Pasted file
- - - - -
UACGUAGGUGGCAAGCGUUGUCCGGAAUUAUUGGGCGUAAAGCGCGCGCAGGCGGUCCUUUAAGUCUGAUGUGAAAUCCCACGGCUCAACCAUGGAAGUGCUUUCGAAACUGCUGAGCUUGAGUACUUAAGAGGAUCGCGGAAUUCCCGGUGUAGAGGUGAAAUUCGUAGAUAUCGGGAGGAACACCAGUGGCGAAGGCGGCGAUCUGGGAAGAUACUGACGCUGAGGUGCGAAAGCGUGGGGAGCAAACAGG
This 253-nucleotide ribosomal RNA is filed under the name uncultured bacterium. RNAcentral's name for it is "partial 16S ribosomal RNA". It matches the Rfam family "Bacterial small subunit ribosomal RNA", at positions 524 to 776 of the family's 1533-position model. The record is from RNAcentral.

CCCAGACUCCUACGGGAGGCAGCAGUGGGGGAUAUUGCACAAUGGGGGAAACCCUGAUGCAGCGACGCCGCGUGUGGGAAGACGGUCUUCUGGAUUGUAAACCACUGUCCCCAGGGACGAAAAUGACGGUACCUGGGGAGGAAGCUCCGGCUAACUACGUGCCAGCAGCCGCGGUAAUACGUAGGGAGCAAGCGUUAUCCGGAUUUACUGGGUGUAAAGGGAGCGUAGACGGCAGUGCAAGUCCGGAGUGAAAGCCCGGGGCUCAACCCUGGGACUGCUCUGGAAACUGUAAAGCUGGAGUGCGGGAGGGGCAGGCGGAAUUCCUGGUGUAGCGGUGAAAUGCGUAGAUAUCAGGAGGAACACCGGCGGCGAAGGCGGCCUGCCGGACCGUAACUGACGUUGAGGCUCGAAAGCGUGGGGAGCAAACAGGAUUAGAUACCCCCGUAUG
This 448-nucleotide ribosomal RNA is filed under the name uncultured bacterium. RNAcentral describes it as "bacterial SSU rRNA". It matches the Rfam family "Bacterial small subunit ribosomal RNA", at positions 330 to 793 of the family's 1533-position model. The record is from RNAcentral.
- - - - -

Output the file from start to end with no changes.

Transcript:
UACGUAGGUGGCAAGCGUUGUCCGGAAUUAUUGGGCGUAAAGCGCGCGCAGGCGGUCCUUUAAGUCUGAUGUGAAAUCCCACGGCUCAACCAUGGAAGUGCUUUCGAAACUGCUGAGCUUGAGUACUUAAGAGGAUCGCGGAAUUCCCGGUGUAGAGGUGAAAUUCGUAGAUAUCGGGAGGAACACCAGUGGCGAAGGCGGCGAUCUGGGAAGAUACUGACGCUGAGGUGCGAAAGCGUGGGGAGCAAACAGG
This 253-nucleotide ribosomal RNA is filed under the name uncultured bacterium. RNAcentral's name for it is "partial 16S ribosomal RNA". It matches the Rfam family "Bacterial small subunit ribosomal RNA", at positions 524 to 776 of the family's 1533-position model. The record is from RNAcentral.

CCCAGACUCCUACGGGAGGCAGCAGUGGGGGAUAUUGCACAAUGGGGGAAACCCUGAUGCAGCGACGCCGCGUGUGGGAAGACGGUCUUCUGGAUUGUAAACCACUGUCCCCAGGGACGAAAAUGACGGUACCUGGGGAGGAAGCUCCGGCUAACUACGUGCCAGCAGCCGCGGUAAUACGUAGGGAGCAAGCGUUAUCCGGAUUUACUGGGUGUAAAGGGAGCGUAGACGGCAGUGCAAGUCCGGAGUGAAAGCCCGGGGCUCAACCCUGGGACUGCUCUGGAAACUGUAAAGCUGGAGUGCGGGAGGGGCAGGCGGAAUUCCUGGUGUAGCGGUGAAAUGCGUAGAUAUCAGGAGGAACACCGGCGGCGAAGGCGGCCUGCCGGACCGUAACUGACGUUGAGGCUCGAAAGCGUGGGGAGCAAACAGGAUUAGAUACCCCCGUAUG
This 448-nucleotide ribosomal RNA is filed under the name uncultured bacterium. RNAcentral describes it as "bacterial SSU rRNA". It matches the Rfam family "Bacterial small subunit ribosomal RNA", at positions 330 to 793 of the family's 1533-position model. The record is from RNAcentral.